Decided: February 4, 1939.
TOWN OF BOONTON, PROSECUTOR,
STATE WATER POLICY COMMISSION AND FRANK B. FAY, 3D., RESPONDENTS
For the prosecutor, Eugene F. Hillery and John Milton.
For the respondents, King & Vogt (Harold A. Price).
Before Brogan, Chief Justice, and Justices Bodine and Heher.
BODINE, J. This writ of certiorari brings up for review a permit for the construction of a dam issued December 8th, 1937, by the State Water Policy Commission. The permit was first applied for in October of 1936. The commission's engineers made a complete study of the situation. Exhaustive tests were made. The commission itself visited the site to make sure that no detail should be overlooked. The dam is to be placed about seven hundred feet above the intake of the Boonton reservoir. Some witnesses placed it closer, but the precise distance seems immaterial on the issues presented. Many special conditions were imposed by the commission: (1) No bathing or swimming to be permitted in the lake; (2) sewage safeguarded in a way demonstrated by experience to be effective; (3) chlorination facilities to be provided at outlet of water during construction of dam; (4) control of the water in the lake vested in State Water Policy Commission; (5) marginal strip twenty-five feet wide to be maintained around the lake; (6) requirements above mentioned to be made covenants running with the land; (7) no flash board to be placed in the crest of the spillway; (8) construction to be under the supervision of the commission.
There are several lakes above the site of the proposed lake resulting from dams built in the course of Stony Brook. Bathing is permitted in them, having been established long before the creation of the State Water Policy Commission. The lake developments built by the Fays in the vicinity are highly restricted, have beautified the countryside and have resulted in the establishment of desirable bungalow colonies. The purpose of the applicant was to clear up a swamp, which is near to the Boonton-Butler road, and beautify the approach to other family developments. These developments have tremendously increased the township ratables and have made spots of beauty of waste lands. The water from the existing lakes floods the area above the Boonton reservoir and trickles down into that reservoir in a narrow stream. The proposed dam and lake would purify, if need be, the waters above the Boonton intake because of increased storage and delay in flow. Manifestly, swamp land affords a breeding place for mosquitoes and its clearance is of great public advantage. The waters from Stony Brook is not the only source of water supply in Boonton, since other streams feed into the reservoir a natural basin.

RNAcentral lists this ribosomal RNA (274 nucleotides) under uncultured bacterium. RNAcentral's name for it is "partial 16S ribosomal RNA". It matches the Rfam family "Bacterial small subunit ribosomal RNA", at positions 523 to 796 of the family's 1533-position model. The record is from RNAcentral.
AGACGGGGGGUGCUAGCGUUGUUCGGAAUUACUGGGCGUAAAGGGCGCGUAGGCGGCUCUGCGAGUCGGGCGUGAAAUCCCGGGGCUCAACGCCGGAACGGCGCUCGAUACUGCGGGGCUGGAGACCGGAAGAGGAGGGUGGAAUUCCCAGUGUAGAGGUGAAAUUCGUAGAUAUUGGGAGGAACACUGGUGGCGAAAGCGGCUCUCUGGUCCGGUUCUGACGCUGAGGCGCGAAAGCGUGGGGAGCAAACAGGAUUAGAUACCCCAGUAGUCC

The building of the proposed dam would augment the Boonton water supply because it would increase the storage facilities. Mr. Clyde Potts, a distinguished consulting engineer specializing in water supply and sewage, felt, however, that the work could be better done by the town of Boonton because of its power of eminent domain. No steps having been taken by the municipality although the property has been frequently offered to it, the issue seems to be simply the validity of the award of the permit.
Mr. Cornelius C. Vermeule, an experienced engineer, testified: "The area to be flooded is now covered with long water grass and reeds standing in the water, to a large extent. Under these conditions my experience, and my research, and familiarity with the literature on the subject shows that the evaporation under present conditions will be very much more than the water surface, free of grass and weeds, and secondly, from a sanitary standpoint, it is very well known that the increased storage improves the quality of water. * * * When this water leaves the proposed lake it will be in better quality after that lake is built than it is at present."
Mr. J. Russell Riker, a qualified and skilled sanitary engineer, made extensive tests and concluded that there was no chance of pollution from installations to be made in accordance with the order of the commission. The exhaustive examination made by the State Board of Health in July and August of 1937 showed no B coli pollution in Fayson Lake water, and for that matter none in the Boonton reservoir.
The lake lies in the Jersey City watershed. No opposition was offered by that city to the grant of the permit. The town of Boonton makes some claim to a prescriptive right to flood the respondent's land. We think it clear that the State Water Policy Commission is not concerned with and would have no right to determine that question. The permit itself states: "this permit does not give any property rights, either in real estate or material, nor any exclusive privileges; neither does it authorize any injury to private property nor invasion of private rights, nor any infringement of federal, state or local laws or regulations; nor does it waive the obtaining of federal assets, when necessary.
It is apparent from an examination of the whole record that there is no likelihood of danger to public health from the exercise of the permit granted, but in fact the public at large will be benefited by the permitted development. Jersey City v. State Water Policy Commission, 118 N.J.L. 72.
The issuance of the permit was in all respects proper, and the writ will be dismissed, with costs.